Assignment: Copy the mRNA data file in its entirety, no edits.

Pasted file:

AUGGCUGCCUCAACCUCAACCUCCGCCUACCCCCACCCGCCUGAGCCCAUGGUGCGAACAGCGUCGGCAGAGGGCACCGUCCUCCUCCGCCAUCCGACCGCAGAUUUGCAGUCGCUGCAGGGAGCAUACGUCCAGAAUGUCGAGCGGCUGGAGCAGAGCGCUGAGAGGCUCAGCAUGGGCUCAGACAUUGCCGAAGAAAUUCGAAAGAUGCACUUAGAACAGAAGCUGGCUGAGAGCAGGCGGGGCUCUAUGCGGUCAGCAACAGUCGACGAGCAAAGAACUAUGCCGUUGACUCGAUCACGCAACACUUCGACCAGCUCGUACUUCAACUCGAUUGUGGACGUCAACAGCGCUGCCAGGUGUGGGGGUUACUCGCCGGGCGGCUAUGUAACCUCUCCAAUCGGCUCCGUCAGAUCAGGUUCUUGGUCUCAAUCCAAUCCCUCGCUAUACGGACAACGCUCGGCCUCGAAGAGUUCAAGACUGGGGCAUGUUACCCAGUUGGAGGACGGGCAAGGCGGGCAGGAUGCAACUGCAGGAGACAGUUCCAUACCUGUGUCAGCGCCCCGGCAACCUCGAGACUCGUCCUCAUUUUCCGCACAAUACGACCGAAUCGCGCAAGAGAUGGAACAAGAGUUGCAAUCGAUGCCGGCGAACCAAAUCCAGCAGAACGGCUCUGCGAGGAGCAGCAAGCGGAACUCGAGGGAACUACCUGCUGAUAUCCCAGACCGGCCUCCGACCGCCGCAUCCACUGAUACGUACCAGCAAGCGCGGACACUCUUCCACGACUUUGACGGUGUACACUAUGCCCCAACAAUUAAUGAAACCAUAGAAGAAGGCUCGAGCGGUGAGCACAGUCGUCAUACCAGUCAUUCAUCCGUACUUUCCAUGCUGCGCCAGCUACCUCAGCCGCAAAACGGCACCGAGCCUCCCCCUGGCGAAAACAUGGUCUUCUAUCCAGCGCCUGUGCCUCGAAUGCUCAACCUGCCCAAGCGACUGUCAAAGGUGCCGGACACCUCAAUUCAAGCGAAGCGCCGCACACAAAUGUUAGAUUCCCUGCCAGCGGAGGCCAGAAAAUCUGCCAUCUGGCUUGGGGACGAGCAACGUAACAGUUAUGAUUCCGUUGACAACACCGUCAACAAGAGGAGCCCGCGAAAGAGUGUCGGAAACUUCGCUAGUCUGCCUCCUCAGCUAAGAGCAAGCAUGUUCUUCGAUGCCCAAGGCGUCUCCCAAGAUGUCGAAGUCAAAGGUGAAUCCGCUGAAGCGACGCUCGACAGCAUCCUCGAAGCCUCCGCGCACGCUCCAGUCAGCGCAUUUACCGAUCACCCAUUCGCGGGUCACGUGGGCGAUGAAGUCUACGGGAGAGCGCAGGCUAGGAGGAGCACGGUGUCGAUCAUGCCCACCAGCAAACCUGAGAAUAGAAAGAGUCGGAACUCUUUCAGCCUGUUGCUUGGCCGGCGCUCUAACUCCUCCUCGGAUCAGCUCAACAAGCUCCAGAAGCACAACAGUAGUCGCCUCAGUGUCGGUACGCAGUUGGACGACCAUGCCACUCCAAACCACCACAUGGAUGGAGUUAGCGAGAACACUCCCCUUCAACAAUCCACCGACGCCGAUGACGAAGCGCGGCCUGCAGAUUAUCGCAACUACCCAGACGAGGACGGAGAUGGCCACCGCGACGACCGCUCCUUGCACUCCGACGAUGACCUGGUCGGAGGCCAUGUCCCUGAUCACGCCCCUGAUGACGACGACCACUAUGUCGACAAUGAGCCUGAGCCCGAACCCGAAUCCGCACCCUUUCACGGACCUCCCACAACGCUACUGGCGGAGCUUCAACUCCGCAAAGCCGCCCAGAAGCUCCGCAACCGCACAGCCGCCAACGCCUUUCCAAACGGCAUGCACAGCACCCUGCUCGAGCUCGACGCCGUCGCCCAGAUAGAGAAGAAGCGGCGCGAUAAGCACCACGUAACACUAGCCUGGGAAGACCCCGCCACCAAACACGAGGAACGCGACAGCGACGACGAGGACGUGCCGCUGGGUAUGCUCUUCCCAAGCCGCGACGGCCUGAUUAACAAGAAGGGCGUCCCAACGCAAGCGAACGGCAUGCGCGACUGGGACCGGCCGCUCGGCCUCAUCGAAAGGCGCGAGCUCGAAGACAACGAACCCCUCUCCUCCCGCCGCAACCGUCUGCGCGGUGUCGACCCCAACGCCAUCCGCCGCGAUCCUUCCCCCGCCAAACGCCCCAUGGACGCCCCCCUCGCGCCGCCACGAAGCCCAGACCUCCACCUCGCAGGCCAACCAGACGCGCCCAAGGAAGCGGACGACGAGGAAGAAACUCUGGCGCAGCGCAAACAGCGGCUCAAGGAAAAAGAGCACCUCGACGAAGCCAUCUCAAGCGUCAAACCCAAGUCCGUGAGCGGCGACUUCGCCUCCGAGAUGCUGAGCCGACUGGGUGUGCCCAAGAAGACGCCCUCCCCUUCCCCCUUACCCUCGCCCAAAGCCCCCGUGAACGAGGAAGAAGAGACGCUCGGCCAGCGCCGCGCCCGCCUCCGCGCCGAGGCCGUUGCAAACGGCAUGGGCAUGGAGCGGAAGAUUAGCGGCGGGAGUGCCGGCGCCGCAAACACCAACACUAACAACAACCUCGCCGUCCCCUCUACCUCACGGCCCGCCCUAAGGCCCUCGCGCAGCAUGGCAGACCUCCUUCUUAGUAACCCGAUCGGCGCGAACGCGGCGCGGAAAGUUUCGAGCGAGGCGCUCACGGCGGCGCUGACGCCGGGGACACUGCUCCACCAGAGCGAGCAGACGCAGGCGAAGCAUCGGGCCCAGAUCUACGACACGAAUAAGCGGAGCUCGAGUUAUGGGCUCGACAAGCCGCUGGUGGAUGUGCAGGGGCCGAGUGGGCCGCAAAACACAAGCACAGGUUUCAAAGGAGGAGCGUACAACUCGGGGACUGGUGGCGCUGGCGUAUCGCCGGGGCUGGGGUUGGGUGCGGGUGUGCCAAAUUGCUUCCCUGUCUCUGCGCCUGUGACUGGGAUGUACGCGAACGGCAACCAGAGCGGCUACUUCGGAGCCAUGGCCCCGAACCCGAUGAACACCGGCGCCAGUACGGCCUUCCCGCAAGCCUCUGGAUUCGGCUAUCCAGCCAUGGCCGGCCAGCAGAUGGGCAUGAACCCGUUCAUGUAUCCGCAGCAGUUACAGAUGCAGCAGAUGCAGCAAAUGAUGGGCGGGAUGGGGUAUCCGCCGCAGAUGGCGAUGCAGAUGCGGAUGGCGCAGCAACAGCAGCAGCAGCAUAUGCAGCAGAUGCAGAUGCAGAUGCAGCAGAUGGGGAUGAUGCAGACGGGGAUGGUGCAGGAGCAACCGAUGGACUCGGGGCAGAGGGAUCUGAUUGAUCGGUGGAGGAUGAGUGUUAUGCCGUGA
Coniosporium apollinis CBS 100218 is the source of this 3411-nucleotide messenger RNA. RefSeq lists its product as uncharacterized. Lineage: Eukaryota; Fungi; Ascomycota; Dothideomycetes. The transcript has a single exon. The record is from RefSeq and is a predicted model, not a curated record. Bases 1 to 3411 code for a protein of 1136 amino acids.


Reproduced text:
AUGGCUGCCUCAACCUCAACCUCCGCCUACCCCCACCCGCCUGAGCCCAUGGUGCGAACAGCGUCGGCAGAGGGCACCGUCCUCCUCCGCCAUCCGACCGCAGAUUUGCAGUCGCUGCAGGGAGCAUACGUCCAGAAUGUCGAGCGGCUGGAGCAGAGCGCUGAGAGGCUCAGCAUGGGCUCAGACAUUGCCGAAGAAAUUCGAAAGAUGCACUUAGAACAGAAGCUGGCUGAGAGCAGGCGGGGCUCUAUGCGGUCAGCAACAGUCGACGAGCAAAGAACUAUGCCGUUGACUCGAUCACGCAACACUUCGACCAGCUCGUACUUCAACUCGAUUGUGGACGUCAACAGCGCUGCCAGGUGUGGGGGUUACUCGCCGGGCGGCUAUGUAACCUCUCCAAUCGGCUCCGUCAGAUCAGGUUCUUGGUCUCAAUCCAAUCCCUCGCUAUACGGACAACGCUCGGCCUCGAAGAGUUCAAGACUGGGGCAUGUUACCCAGUUGGAGGACGGGCAAGGCGGGCAGGAUGCAACUGCAGGAGACAGUUCCAUACCUGUGUCAGCGCCCCGGCAACCUCGAGACUCGUCCUCAUUUUCCGCACAAUACGACCGAAUCGCGCAAGAGAUGGAACAAGAGUUGCAAUCGAUGCCGGCGAACCAAAUCCAGCAGAACGGCUCUGCGAGGAGCAGCAAGCGGAACUCGAGGGAACUACCUGCUGAUAUCCCAGACCGGCCUCCGACCGCCGCAUCCACUGAUACGUACCAGCAAGCGCGGACACUCUUCCACGACUUUGACGGUGUACACUAUGCCCCAACAAUUAAUGAAACCAUAGAAGAAGGCUCGAGCGGUGAGCACAGUCGUCAUACCAGUCAUUCAUCCGUACUUUCCAUGCUGCGCCAGCUACCUCAGCCGCAAAACGGCACCGAGCCUCCCCCUGGCGAAAACAUGGUCUUCUAUCCAGCGCCUGUGCCUCGAAUGCUCAACCUGCCCAAGCGACUGUCAAAGGUGCCGGACACCUCAAUUCAAGCGAAGCGCCGCACACAAAUGUUAGAUUCCCUGCCAGCGGAGGCCAGAAAAUCUGCCAUCUGGCUUGGGGACGAGCAACGUAACAGUUAUGAUUCCGUUGACAACACCGUCAACAAGAGGAGCCCGCGAAAGAGUGUCGGAAACUUCGCUAGUCUGCCUCCUCAGCUAAGAGCAAGCAUGUUCUUCGAUGCCCAAGGCGUCUCCCAAGAUGUCGAAGUCAAAGGUGAAUCCGCUGAAGCGACGCUCGACAGCAUCCUCGAAGCCUCCGCGCACGCUCCAGUCAGCGCAUUUACCGAUCACCCAUUCGCGGGUCACGUGGGCGAUGAAGUCUACGGGAGAGCGCAGGCUAGGAGGAGCACGGUGUCGAUCAUGCCCACCAGCAAACCUGAGAAUAGAAAGAGUCGGAACUCUUUCAGCCUGUUGCUUGGCCGGCGCUCUAACUCCUCCUCGGAUCAGCUCAACAAGCUCCAGAAGCACAACAGUAGUCGCCUCAGUGUCGGUACGCAGUUGGACGACCAUGCCACUCCAAACCACCACAUGGAUGGAGUUAGCGAGAACACUCCCCUUCAACAAUCCACCGACGCCGAUGACGAAGCGCGGCCUGCAGAUUAUCGCAACUACCCAGACGAGGACGGAGAUGGCCACCGCGACGACCGCUCCUUGCACUCCGACGAUGACCUGGUCGGAGGCCAUGUCCCUGAUCACGCCCCUGAUGACGACGACCACUAUGUCGACAAUGAGCCUGAGCCCGAACCCGAAUCCGCACCCUUUCACGGACCUCCCACAACGCUACUGGCGGAGCUUCAACUCCGCAAAGCCGCCCAGAAGCUCCGCAACCGCACAGCCGCCAACGCCUUUCCAAACGGCAUGCACAGCACCCUGCUCGAGCUCGACGCCGUCGCCCAGAUAGAGAAGAAGCGGCGCGAUAAGCACCACGUAACACUAGCCUGGGAAGACCCCGCCACCAAACACGAGGAACGCGACAGCGACGACGAGGACGUGCCGCUGGGUAUGCUCUUCCCAAGCCGCGACGGCCUGAUUAACAAGAAGGGCGUCCCAACGCAAGCGAACGGCAUGCGCGACUGGGACCGGCCGCUCGGCCUCAUCGAAAGGCGCGAGCUCGAAGACAACGAACCCCUCUCCUCCCGCCGCAACCGUCUGCGCGGUGUCGACCCCAACGCCAUCCGCCGCGAUCCUUCCCCCGCCAAACGCCCCAUGGACGCCCCCCUCGCGCCGCCACGAAGCCCAGACCUCCACCUCGCAGGCCAACCAGACGCGCCCAAGGAAGCGGACGACGAGGAAGAAACUCUGGCGCAGCGCAAACAGCGGCUCAAGGAAAAAGAGCACCUCGACGAAGCCAUCUCAAGCGUCAAACCCAAGUCCGUGAGCGGCGACUUCGCCUCCGAGAUGCUGAGCCGACUGGGUGUGCCCAAGAAGACGCCCUCCCCUUCCCCCUUACCCUCGCCCAAAGCCCCCGUGAACGAGGAAGAAGAGACGCUCGGCCAGCGCCGCGCCCGCCUCCGCGCCGAGGCCGUUGCAAACGGCAUGGGCAUGGAGCGGAAGAUUAGCGGCGGGAGUGCCGGCGCCGCAAACACCAACACUAACAACAACCUCGCCGUCCCCUCUACCUCACGGCCCGCCCUAAGGCCCUCGCGCAGCAUGGCAGACCUCCUUCUUAGUAACCCGAUCGGCGCGAACGCGGCGCGGAAAGUUUCGAGCGAGGCGCUCACGGCGGCGCUGACGCCGGGGACACUGCUCCACCAGAGCGAGCAGACGCAGGCGAAGCAUCGGGCCCAGAUCUACGACACGAAUAAGCGGAGCUCGAGUUAUGGGCUCGACAAGCCGCUGGUGGAUGUGCAGGGGCCGAGUGGGCCGCAAAACACAAGCACAGGUUUCAAAGGAGGAGCGUACAACUCGGGGACUGGUGGCGCUGGCGUAUCGCCGGGGCUGGGGUUGGGUGCGGGUGUGCCAAAUUGCUUCCCUGUCUCUGCGCCUGUGACUGGGAUGUACGCGAACGGCAACCAGAGCGGCUACUUCGGAGCCAUGGCCCCGAACCCGAUGAACACCGGCGCCAGUACGGCCUUCCCGCAAGCCUCUGGAUUCGGCUAUCCAGCCAUGGCCGGCCAGCAGAUGGGCAUGAACCCGUUCAUGUAUCCGCAGCAGUUACAGAUGCAGCAGAUGCAGCAAAUGAUGGGCGGGAUGGGGUAUCCGCCGCAGAUGGCGAUGCAGAUGCGGAUGGCGCAGCAACAGCAGCAGCAGCAUAUGCAGCAGAUGCAGAUGCAGAUGCAGCAGAUGGGGAUGAUGCAGACGGGGAUGGUGCAGGAGCAACCGAUGGACUCGGGGCAGAGGGAUCUGAUUGAUCGGUGGAGGAUGAGUGUUAUGCCGUGA
Coniosporium apollinis CBS 100218 is the source of this 3411-nucleotide messenger RNA. RefSeq lists its product as uncharacterized. Lineage: Eukaryota; Fungi; Ascomycota; Dothideomycetes. The transcript has a single exon. The record is from RefSeq and is a predicted model, not a curated record. Bases 1 to 3411 code for a protein of 1136 amino acids.